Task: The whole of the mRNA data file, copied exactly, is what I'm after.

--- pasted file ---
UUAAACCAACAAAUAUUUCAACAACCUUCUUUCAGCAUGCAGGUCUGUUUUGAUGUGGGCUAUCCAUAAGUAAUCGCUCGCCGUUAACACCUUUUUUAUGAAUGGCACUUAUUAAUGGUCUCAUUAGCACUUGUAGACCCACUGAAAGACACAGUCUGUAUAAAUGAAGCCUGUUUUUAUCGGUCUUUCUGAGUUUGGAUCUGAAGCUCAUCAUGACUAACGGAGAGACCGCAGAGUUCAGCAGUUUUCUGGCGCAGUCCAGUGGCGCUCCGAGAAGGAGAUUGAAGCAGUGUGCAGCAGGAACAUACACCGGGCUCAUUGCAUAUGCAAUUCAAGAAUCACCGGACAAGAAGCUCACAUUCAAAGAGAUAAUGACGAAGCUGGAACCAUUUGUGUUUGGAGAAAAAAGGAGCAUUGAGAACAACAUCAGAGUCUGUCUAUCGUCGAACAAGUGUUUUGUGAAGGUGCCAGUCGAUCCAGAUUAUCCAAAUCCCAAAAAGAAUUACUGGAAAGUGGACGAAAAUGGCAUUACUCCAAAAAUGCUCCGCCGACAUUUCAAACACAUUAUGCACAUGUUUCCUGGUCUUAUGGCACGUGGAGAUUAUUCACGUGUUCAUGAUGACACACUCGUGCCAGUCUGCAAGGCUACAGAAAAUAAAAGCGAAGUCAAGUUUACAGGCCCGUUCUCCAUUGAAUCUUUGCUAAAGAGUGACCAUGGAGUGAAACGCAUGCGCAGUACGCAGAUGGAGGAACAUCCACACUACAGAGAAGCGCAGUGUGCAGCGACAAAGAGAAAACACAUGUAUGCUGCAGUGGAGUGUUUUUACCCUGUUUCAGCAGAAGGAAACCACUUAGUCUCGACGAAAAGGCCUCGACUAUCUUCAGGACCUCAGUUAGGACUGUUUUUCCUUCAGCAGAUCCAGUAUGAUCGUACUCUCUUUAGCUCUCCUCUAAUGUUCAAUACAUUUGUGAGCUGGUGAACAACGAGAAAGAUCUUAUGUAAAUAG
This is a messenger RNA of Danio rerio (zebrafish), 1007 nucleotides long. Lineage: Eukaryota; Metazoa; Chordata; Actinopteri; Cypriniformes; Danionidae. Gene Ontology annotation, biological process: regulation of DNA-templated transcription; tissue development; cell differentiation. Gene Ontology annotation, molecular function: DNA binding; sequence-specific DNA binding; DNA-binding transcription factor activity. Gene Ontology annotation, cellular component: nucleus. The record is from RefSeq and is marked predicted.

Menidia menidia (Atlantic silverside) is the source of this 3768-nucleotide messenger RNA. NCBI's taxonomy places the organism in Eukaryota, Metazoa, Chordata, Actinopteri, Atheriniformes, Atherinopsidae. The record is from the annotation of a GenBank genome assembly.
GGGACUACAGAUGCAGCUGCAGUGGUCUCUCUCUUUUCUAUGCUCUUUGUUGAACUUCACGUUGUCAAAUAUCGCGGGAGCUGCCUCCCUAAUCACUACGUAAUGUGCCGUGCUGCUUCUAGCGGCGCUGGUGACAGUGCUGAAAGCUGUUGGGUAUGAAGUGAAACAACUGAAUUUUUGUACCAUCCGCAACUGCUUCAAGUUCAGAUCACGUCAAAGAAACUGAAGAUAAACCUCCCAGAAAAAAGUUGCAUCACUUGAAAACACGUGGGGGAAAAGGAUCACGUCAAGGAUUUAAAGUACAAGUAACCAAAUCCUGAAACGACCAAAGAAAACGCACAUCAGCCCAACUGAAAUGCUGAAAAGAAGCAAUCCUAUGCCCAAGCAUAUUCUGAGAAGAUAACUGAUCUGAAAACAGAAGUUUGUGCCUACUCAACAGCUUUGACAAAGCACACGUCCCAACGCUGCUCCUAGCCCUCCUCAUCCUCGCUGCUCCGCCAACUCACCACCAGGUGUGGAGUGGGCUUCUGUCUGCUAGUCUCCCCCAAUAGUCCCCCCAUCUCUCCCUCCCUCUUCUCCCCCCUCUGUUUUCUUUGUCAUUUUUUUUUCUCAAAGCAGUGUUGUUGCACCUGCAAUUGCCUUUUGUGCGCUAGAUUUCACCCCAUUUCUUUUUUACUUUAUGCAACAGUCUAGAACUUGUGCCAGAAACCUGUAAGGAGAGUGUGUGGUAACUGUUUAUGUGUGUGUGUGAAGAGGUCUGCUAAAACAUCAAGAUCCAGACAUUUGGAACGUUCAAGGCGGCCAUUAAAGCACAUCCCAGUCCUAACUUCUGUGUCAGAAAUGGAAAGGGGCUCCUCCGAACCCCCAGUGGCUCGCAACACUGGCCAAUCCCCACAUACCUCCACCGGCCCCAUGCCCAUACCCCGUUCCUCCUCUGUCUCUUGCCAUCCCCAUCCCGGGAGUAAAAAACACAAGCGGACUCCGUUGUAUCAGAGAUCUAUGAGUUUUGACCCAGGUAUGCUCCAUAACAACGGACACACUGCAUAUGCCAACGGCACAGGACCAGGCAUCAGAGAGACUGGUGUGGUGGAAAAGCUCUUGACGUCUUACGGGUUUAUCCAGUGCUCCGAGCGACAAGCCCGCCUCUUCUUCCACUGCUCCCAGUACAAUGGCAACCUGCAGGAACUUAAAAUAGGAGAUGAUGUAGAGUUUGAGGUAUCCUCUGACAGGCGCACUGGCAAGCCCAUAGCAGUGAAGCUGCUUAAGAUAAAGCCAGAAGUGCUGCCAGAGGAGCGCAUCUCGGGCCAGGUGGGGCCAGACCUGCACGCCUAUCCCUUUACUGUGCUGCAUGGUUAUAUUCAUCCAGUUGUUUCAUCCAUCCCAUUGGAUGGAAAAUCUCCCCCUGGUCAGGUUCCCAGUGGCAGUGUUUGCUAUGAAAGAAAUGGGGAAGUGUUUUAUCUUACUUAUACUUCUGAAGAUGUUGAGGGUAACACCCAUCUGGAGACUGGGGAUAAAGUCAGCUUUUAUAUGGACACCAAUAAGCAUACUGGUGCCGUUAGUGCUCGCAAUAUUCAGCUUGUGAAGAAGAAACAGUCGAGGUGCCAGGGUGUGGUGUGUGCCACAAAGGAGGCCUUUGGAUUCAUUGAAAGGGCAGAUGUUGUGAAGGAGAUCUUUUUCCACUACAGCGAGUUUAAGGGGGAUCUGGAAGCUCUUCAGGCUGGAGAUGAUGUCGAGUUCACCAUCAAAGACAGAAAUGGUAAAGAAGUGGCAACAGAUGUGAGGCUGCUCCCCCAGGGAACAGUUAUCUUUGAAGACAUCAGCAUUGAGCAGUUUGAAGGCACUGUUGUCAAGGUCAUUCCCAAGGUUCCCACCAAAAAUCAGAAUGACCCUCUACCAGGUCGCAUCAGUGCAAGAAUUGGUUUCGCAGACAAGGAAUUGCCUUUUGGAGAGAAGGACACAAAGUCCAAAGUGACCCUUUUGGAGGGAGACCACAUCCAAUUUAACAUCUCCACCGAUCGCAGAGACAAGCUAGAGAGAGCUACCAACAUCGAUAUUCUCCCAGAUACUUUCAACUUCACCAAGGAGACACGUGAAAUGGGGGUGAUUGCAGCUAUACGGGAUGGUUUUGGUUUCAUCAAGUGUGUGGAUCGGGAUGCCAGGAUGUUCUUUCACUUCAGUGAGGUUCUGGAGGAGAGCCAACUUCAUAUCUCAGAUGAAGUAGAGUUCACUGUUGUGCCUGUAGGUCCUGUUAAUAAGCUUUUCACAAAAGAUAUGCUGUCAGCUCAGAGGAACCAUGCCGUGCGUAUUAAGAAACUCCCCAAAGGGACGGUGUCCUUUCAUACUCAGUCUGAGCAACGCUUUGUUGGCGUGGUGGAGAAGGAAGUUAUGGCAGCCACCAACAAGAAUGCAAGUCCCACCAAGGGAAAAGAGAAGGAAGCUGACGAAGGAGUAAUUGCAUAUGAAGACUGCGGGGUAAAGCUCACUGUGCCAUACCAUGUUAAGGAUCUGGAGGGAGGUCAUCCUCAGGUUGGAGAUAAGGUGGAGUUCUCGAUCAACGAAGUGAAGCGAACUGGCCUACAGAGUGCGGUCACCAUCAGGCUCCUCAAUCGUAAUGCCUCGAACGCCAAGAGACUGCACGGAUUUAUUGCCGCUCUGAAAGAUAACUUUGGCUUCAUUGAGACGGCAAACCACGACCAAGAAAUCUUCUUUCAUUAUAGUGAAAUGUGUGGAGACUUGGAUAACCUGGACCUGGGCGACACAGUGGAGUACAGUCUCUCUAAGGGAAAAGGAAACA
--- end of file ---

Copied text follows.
UUAAACCAACAAAUAUUUCAACAACCUUCUUUCAGCAUGCAGGUCUGUUUUGAUGUGGGCUAUCCAUAAGUAAUCGCUCGCCGUUAACACCUUUUUUAUGAAUGGCACUUAUUAAUGGUCUCAUUAGCACUUGUAGACCCACUGAAAGACACAGUCUGUAUAAAUGAAGCCUGUUUUUAUCGGUCUUUCUGAGUUUGGAUCUGAAGCUCAUCAUGACUAACGGAGAGACCGCAGAGUUCAGCAGUUUUCUGGCGCAGUCCAGUGGCGCUCCGAGAAGGAGAUUGAAGCAGUGUGCAGCAGGAACAUACACCGGGCUCAUUGCAUAUGCAAUUCAAGAAUCACCGGACAAGAAGCUCACAUUCAAAGAGAUAAUGACGAAGCUGGAACCAUUUGUGUUUGGAGAAAAAAGGAGCAUUGAGAACAACAUCAGAGUCUGUCUAUCGUCGAACAAGUGUUUUGUGAAGGUGCCAGUCGAUCCAGAUUAUCCAAAUCCCAAAAAGAAUUACUGGAAAGUGGACGAAAAUGGCAUUACUCCAAAAAUGCUCCGCCGACAUUUCAAACACAUUAUGCACAUGUUUCCUGGUCUUAUGGCACGUGGAGAUUAUUCACGUGUUCAUGAUGACACACUCGUGCCAGUCUGCAAGGCUACAGAAAAUAAAAGCGAAGUCAAGUUUACAGGCCCGUUCUCCAUUGAAUCUUUGCUAAAGAGUGACCAUGGAGUGAAACGCAUGCGCAGUACGCAGAUGGAGGAACAUCCACACUACAGAGAAGCGCAGUGUGCAGCGACAAAGAGAAAACACAUGUAUGCUGCAGUGGAGUGUUUUUACCCUGUUUCAGCAGAAGGAAACCACUUAGUCUCGACGAAAAGGCCUCGACUAUCUUCAGGACCUCAGUUAGGACUGUUUUUCCUUCAGCAGAUCCAGUAUGAUCGUACUCUCUUUAGCUCUCCUCUAAUGUUCAAUACAUUUGUGAGCUGGUGAACAACGAGAAAGAUCUUAUGUAAAUAG
This is a messenger RNA of Danio rerio (zebrafish), 1007 nucleotides long. Lineage: Eukaryota; Metazoa; Chordata; Actinopteri; Cypriniformes; Danionidae. Gene Ontology annotation, biological process: regulation of DNA-templated transcription; tissue development; cell differentiation. Gene Ontology annotation, molecular function: DNA binding; sequence-specific DNA binding; DNA-binding transcription factor activity. Gene Ontology annotation, cellular component: nucleus. The record is from RefSeq and is marked predicted.

Menidia menidia (Atlantic silverside) is the source of this 3768-nucleotide messenger RNA. NCBI's taxonomy places the organism in Eukaryota, Metazoa, Chordata, Actinopteri, Atheriniformes, Atherinopsidae. The record is from the annotation of a GenBank genome assembly.
GGGACUACAGAUGCAGCUGCAGUGGUCUCUCUCUUUUCUAUGCUCUUUGUUGAACUUCACGUUGUCAAAUAUCGCGGGAGCUGCCUCCCUAAUCACUACGUAAUGUGCCGUGCUGCUUCUAGCGGCGCUGGUGACAGUGCUGAAAGCUGUUGGGUAUGAAGUGAAACAACUGAAUUUUUGUACCAUCCGCAACUGCUUCAAGUUCAGAUCACGUCAAAGAAACUGAAGAUAAACCUCCCAGAAAAAAGUUGCAUCACUUGAAAACACGUGGGGGAAAAGGAUCACGUCAAGGAUUUAAAGUACAAGUAACCAAAUCCUGAAACGACCAAAGAAAACGCACAUCAGCCCAACUGAAAUGCUGAAAAGAAGCAAUCCUAUGCCCAAGCAUAUUCUGAGAAGAUAACUGAUCUGAAAACAGAAGUUUGUGCCUACUCAACAGCUUUGACAAAGCACACGUCCCAACGCUGCUCCUAGCCCUCCUCAUCCUCGCUGCUCCGCCAACUCACCACCAGGUGUGGAGUGGGCUUCUGUCUGCUAGUCUCCCCCAAUAGUCCCCCCAUCUCUCCCUCCCUCUUCUCCCCCCUCUGUUUUCUUUGUCAUUUUUUUUUCUCAAAGCAGUGUUGUUGCACCUGCAAUUGCCUUUUGUGCGCUAGAUUUCACCCCAUUUCUUUUUUACUUUAUGCAACAGUCUAGAACUUGUGCCAGAAACCUGUAAGGAGAGUGUGUGGUAACUGUUUAUGUGUGUGUGUGAAGAGGUCUGCUAAAACAUCAAGAUCCAGACAUUUGGAACGUUCAAGGCGGCCAUUAAAGCACAUCCCAGUCCUAACUUCUGUGUCAGAAAUGGAAAGGGGCUCCUCCGAACCCCCAGUGGCUCGCAACACUGGCCAAUCCCCACAUACCUCCACCGGCCCCAUGCCCAUACCCCGUUCCUCCUCUGUCUCUUGCCAUCCCCAUCCCGGGAGUAAAAAACACAAGCGGACUCCGUUGUAUCAGAGAUCUAUGAGUUUUGACCCAGGUAUGCUCCAUAACAACGGACACACUGCAUAUGCCAACGGCACAGGACCAGGCAUCAGAGAGACUGGUGUGGUGGAAAAGCUCUUGACGUCUUACGGGUUUAUCCAGUGCUCCGAGCGACAAGCCCGCCUCUUCUUCCACUGCUCCCAGUACAAUGGCAACCUGCAGGAACUUAAAAUAGGAGAUGAUGUAGAGUUUGAGGUAUCCUCUGACAGGCGCACUGGCAAGCCCAUAGCAGUGAAGCUGCUUAAGAUAAAGCCAGAAGUGCUGCCAGAGGAGCGCAUCUCGGGCCAGGUGGGGCCAGACCUGCACGCCUAUCCCUUUACUGUGCUGCAUGGUUAUAUUCAUCCAGUUGUUUCAUCCAUCCCAUUGGAUGGAAAAUCUCCCCCUGGUCAGGUUCCCAGUGGCAGUGUUUGCUAUGAAAGAAAUGGGGAAGUGUUUUAUCUUACUUAUACUUCUGAAGAUGUUGAGGGUAACACCCAUCUGGAGACUGGGGAUAAAGUCAGCUUUUAUAUGGACACCAAUAAGCAUACUGGUGCCGUUAGUGCUCGCAAUAUUCAGCUUGUGAAGAAGAAACAGUCGAGGUGCCAGGGUGUGGUGUGUGCCACAAAGGAGGCCUUUGGAUUCAUUGAAAGGGCAGAUGUUGUGAAGGAGAUCUUUUUCCACUACAGCGAGUUUAAGGGGGAUCUGGAAGCUCUUCAGGCUGGAGAUGAUGUCGAGUUCACCAUCAAAGACAGAAAUGGUAAAGAAGUGGCAACAGAUGUGAGGCUGCUCCCCCAGGGAACAGUUAUCUUUGAAGACAUCAGCAUUGAGCAGUUUGAAGGCACUGUUGUCAAGGUCAUUCCCAAGGUUCCCACCAAAAAUCAGAAUGACCCUCUACCAGGUCGCAUCAGUGCAAGAAUUGGUUUCGCAGACAAGGAAUUGCCUUUUGGAGAGAAGGACACAAAGUCCAAAGUGACCCUUUUGGAGGGAGACCACAUCCAAUUUAACAUCUCCACCGAUCGCAGAGACAAGCUAGAGAGAGCUACCAACAUCGAUAUUCUCCCAGAUACUUUCAACUUCACCAAGGAGACACGUGAAAUGGGGGUGAUUGCAGCUAUACGGGAUGGUUUUGGUUUCAUCAAGUGUGUGGAUCGGGAUGCCAGGAUGUUCUUUCACUUCAGUGAGGUUCUGGAGGAGAGCCAACUUCAUAUCUCAGAUGAAGUAGAGUUCACUGUUGUGCCUGUAGGUCCUGUUAAUAAGCUUUUCACAAAAGAUAUGCUGUCAGCUCAGAGGAACCAUGCCGUGCGUAUUAAGAAACUCCCCAAAGGGACGGUGUCCUUUCAUACUCAGUCUGAGCAACGCUUUGUUGGCGUGGUGGAGAAGGAAGUUAUGGCAGCCACCAACAAGAAUGCAAGUCCCACCAAGGGAAAAGAGAAGGAAGCUGACGAAGGAGUAAUUGCAUAUGAAGACUGCGGGGUAAAGCUCACUGUGCCAUACCAUGUUAAGGAUCUGGAGGGAGGUCAUCCUCAGGUUGGAGAUAAGGUGGAGUUCUCGAUCAACGAAGUGAAGCGAACUGGCCUACAGAGUGCGGUCACCAUCAGGCUCCUCAAUCGUAAUGCCUCGAACGCCAAGAGACUGCACGGAUUUAUUGCCGCUCUGAAAGAUAACUUUGGCUUCAUUGAGACGGCAAACCACGACCAAGAAAUCUUCUUUCAUUAUAGUGAAAUGUGUGGAGACUUGGAUAACCUGGACCUGGGCGACACAGUGGAGUACAGUCUCUCUAAGGGAAAAGGAAACA